As trains break down, lawmakers are yet to arrive at fixes

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New York City’s subways are bursting at the seams, with commuters cramming into increasingly overcrowded cars and signal malfunctions contributing to a steady uptick in delays. Derailments on the downstate commuter rail network have reverberated across the system. And while elected officials emphasize high-profile expansion projects, such as the Second Avenue Subway, maintenance and upgrades have languished.

It’s hit a boiling point in recent days, with elected officials trying to deflect blame. New York City Mayor Bill de Blasio and Gov. Andrew Cuomo clashed over who controls the Metropolitan Transportation Authority, which manages much of the region’s mass transit system. The governor then shifted attention to the White House, calling on President Donald Trump to help deal with New York Penn Station’s track closings this summer. Cuomo also appealed to the public for “groundbreaking and innovative solutions” to the problems.

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But lawmakers already have ideas about how to improve the system, starting with ensuring that the more than $30 billion in capital funding for the MTA is actually spent.

“A few years ago, the five-year capital plan allocated an enormous amount of money, probably not enough, and that money needs to be spent appropriately and in a very timely fashion, and that doesn’t always happen,” said Assemblyman Jeffrey Dinowitz, who chairs the Committee on Corporations, Authorities and Commissions, which has some oversight over the MTA.

The Bronx lawmaker said that securing more money is also part of the solution, and echoed a concern raised during this year’s budget process: Cuomo cut the MTA’s funds by $65 million. The administration argued that the loss was more than made up elsewhere, but lawmakers and transit advocates have continued to hammer away at the issue.

“Now, they could say that’s not a lot of money compared to the overall budget, but $65 million is still $65 million. That money should not have been cut from the operating expenses at the MTA.” – Assemblyman Jeffrey Dinowitz

“We fought, and we ultimately were not successful, but he cut the MTA budget by $65 million,” Dinowitz said. “Now, they could say that’s not a lot of money compared to the overall budget, but $65 million is still $65 million. That money should not have been cut from the operating expenses at the MTA.”

Dinowitz also joined dozens of city lawmakers who called on Cuomo to make changes to speed up bus service: allowing passengers to board through every door and allowing bus drivers to trigger a green light while approaching an intersection. “Those two relatively simple and inexpensive changes, I believe, would help a lot,” he said.

Other lawmakers are championing legislation authorizing the MTA and the Long Island Rail Road to halt payments to Amtrak, which runs Penn Station, to compensate commuters for unscheduled delays. Amtrak has been under fire since a minor derailment set off cascading delays in early April, with the governor suggesting that operation should be transferred to a private entity. The MTA, LIRR and New Jersey Transit rent space in Penn Station.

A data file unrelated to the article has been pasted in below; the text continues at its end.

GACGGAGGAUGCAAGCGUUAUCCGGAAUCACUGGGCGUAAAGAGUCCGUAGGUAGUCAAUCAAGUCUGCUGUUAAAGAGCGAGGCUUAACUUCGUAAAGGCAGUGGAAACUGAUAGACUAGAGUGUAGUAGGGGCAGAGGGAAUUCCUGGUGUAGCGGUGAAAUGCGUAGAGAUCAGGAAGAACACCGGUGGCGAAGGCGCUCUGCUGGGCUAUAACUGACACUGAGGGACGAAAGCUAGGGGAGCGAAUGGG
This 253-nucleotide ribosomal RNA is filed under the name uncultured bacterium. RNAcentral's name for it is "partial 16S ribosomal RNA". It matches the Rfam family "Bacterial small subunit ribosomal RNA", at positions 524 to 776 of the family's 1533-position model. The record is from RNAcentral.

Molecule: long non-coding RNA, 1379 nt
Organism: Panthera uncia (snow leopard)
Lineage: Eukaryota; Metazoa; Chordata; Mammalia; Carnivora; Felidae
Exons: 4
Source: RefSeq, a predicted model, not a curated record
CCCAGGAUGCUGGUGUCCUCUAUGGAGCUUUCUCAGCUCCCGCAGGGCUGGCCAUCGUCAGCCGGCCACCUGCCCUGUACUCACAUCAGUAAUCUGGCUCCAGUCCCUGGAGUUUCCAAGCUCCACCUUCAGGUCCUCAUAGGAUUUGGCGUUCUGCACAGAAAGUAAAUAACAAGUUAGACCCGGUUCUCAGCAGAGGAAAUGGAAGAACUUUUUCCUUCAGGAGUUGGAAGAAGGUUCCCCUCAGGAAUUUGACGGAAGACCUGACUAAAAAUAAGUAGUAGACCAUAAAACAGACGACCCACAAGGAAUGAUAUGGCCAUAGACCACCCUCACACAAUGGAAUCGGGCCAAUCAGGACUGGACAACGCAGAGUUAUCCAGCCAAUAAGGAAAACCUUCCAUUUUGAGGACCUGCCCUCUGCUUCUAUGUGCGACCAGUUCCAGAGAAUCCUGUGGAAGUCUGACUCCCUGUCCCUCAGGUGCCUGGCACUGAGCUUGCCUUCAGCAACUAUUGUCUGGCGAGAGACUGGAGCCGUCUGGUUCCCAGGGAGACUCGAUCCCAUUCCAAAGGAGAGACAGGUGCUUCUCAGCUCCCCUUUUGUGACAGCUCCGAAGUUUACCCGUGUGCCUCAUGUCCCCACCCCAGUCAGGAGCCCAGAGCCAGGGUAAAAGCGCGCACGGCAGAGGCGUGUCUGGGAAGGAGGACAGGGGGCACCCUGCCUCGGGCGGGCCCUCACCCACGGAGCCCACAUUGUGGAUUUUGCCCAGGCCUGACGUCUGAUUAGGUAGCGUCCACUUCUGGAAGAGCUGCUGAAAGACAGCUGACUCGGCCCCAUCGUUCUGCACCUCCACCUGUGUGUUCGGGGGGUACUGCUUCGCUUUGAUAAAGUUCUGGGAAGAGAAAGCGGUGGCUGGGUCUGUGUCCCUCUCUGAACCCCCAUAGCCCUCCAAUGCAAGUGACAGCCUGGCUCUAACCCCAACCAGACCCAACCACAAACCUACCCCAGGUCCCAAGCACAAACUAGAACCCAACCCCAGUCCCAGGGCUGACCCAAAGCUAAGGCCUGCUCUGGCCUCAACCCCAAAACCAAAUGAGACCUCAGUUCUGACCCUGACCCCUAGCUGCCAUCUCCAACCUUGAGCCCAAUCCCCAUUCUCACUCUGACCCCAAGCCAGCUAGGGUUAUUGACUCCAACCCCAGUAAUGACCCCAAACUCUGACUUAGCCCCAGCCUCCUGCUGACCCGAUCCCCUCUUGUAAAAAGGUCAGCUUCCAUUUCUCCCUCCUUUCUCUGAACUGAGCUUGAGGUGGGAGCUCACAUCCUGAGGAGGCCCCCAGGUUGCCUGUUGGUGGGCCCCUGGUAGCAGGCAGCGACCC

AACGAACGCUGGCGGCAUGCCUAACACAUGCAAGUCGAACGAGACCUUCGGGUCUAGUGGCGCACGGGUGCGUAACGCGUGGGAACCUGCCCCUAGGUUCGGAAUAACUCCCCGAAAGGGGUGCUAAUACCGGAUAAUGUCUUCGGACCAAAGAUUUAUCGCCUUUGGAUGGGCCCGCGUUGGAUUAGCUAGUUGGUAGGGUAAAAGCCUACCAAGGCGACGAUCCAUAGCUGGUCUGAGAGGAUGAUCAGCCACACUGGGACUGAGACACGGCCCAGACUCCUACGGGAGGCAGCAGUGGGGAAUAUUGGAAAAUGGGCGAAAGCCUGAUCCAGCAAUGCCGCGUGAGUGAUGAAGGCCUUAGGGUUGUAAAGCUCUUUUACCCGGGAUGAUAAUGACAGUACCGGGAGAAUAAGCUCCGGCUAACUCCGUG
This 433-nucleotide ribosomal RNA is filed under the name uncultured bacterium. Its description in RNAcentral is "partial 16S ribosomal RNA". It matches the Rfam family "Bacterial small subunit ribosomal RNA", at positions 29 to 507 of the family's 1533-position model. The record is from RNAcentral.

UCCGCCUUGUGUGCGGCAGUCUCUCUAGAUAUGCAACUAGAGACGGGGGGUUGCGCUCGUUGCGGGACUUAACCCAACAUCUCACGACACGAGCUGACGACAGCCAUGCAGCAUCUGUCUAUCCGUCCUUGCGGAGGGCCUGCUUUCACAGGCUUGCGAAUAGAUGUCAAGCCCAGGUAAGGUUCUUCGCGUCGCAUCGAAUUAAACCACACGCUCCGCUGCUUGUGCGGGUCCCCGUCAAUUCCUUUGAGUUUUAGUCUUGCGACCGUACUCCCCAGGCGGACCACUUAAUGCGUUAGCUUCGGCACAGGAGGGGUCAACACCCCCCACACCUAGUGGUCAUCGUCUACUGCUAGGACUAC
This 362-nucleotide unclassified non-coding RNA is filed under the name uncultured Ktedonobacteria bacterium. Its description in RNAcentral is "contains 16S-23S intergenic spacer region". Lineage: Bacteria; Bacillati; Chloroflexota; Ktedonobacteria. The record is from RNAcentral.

“What I believe here is that this gives the backing to the MTA and the Long Island Rail Road to stop payments, and as I’ve been reading in the news and hearing on the news is Amtrak, after the governor and our national representatives … have gotten together calling on Trump for federal funding, which I fully support, Amtrak came out and said that they have the money to do this fix,” said state Sen. Elaine Phillips, the bill’s sponsor who also chairs the Infrastructure and Capital Investment Committee. “So that’s even more reason why the MTA/Long Island Rail Road should be withholding our lease payments.”

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More infrastucture delays ahead:

Water quality

After facing sharp criticism over the state’s response to water contamination in the village of Hoosick Falls, Gov. Andrew Cuomo this year signed the $2.5 billion Clean Water Infrastructure Act, which is aimed at upgrading drinking and clean water infrastructure across the state and instituting new quality control measures. But despite the latest efforts, Hoosick Falls residents have continued to call on the state to provide an alternative water supply, while the state Senate recently advanced a measure that would let the village issue $1.5 million in bonds to help cover cleanup costs.


The recent opening of the first span of the new Kosciuszko Bridge was widely praised, but while the construction project benefited from an innovative design-build project delivery method, many other projects in the city and the state do not have the authorization to do so. In particular, New York City officials have repeatedly called on Albany to allow it to use design-build, which proponents tout as a way to control costs and meet deadlines. Around half a dozen state agencies and authorities currently can use the method, which combines the design and building phases into a single contract. The state Thruway Authority is using design-build on the bridge that will replace the Tappan Zee Bridge. Cuomo this year tried but failed to allow design-build at other state agencies.

What got done

Despite the corruption allegations linked to the original Buffalo Billion program, the latest state budget agreement included $500 million for a Buffalo Billion phase II. The intent is to continue the revitalization of the city, which has been cited by the governor as a success story. Another $120 million was included to upgrade 16 Long Island Rail Road stations, along with an additional $20 million to develop a direct LIRR connection to MacArthur Airport.

Return to Session Countdown 2017.